June Full Moon: Personal Observations

Good morning friends,

I just want to write a little about Uposatha practice as it has developed for me and go over a couple of observations.

Generally speaking, I have converted my entire morning chanting ritual to an English-only event, but I’ve been having fun lately (the last five or so weeks) chanting exclusively in Pali on Uposatha days. I try to take it a little further on such days and use them as opportunities to work toward memorizing a little more in Pali, so I’m usually doing a reading that is different from most of the other days of the week (the Pali for which I’ve already memorized).

The fun I derive from this originates, aside from the learning aspect, in watching the mind in it’s writhing and complaining about the various pronunciation mistakes I know I make. I don’t know if everyone is like this, but I find that I get to a point where I’m almost stuttering as I stumble over syllables that I’ve not mastered. Sometimes I’ll just laugh out loud as a totally botch a line of the text. I’m sure I’d be amusing to watch, so I guess it is healthier that I find amusement in myself rather than be upset (which would have likely been my response three years ago).

Of course, I’m reading the Pali, chanting, then reading the English. I feel like my brain is switching gears back and forth repeatedly through the entire process, but there isn’t much sense in chanting at all if one cannot derive the meaning of what is being spoken.

As for actually mastering the pronunciations, I have in my possession a CD of the Pali chants from Metta Forest Monastery which I listen to while driving to work on Uposatha days and will even listen to in my office (particularly when I’m not engaged in a meeting or anything else mentally-straining). Perhaps I just work in a really tolerant environment, but I’ve not once had anyone give me grief for it.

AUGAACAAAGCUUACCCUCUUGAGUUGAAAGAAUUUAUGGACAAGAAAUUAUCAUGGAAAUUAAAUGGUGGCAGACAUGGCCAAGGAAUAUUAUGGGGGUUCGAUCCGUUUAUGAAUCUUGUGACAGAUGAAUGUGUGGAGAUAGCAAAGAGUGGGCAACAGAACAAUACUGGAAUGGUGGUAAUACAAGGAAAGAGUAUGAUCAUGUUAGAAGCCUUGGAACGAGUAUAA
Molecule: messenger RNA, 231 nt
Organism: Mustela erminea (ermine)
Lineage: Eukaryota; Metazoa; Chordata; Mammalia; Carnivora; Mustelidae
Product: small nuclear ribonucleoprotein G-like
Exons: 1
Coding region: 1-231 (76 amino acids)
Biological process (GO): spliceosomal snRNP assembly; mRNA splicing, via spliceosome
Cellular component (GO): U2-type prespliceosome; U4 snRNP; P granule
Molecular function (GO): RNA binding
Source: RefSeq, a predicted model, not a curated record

Very rarely I’ll chant along with the CD at home (via my Dad’s old Ipad), but I find that I have a lot of difficulty keeping up with it, especially being as how I insist on bowing slowly (much slower than the nearly non-existent pauses in the recording allow) and there is no time provided to make reads of the English translation.

I really do enjoy the process I’ve established as it keeps the mind engaged pretty much all day, even if only partially, in Dhamma. I sometimes wonder how I would fare employing the same (or similar) mode of practice every day. The main problem I think I’ve found with such an idea is that I feel like I alienate myself from my son on Uposatha days — he wants to play computer games or watch TV with me, or sing silly songs, or whatever. I just haven’t yet developed a particularly great way to incorporate Dhamma practice with my kids (especially on observance days) without the appearance that I might be trying to convert them. Of course, all this fails to even begin to address any potential alienation I could cause between myself and my wife with any dramatic changes.

I suppose it isn’t so bad to devote a single day each week as wholly as possible to spiritual pursuits as opposed to nothing at all — I just find that it seems like there is still so much more that could be gained. I’m hopeful, however, that I am still making some sort of progress even though I can’t really take a measure of it.

Now, back to your regularly scheduled programming. May you be well, and may those of you who observe Uposatha practice diligently.


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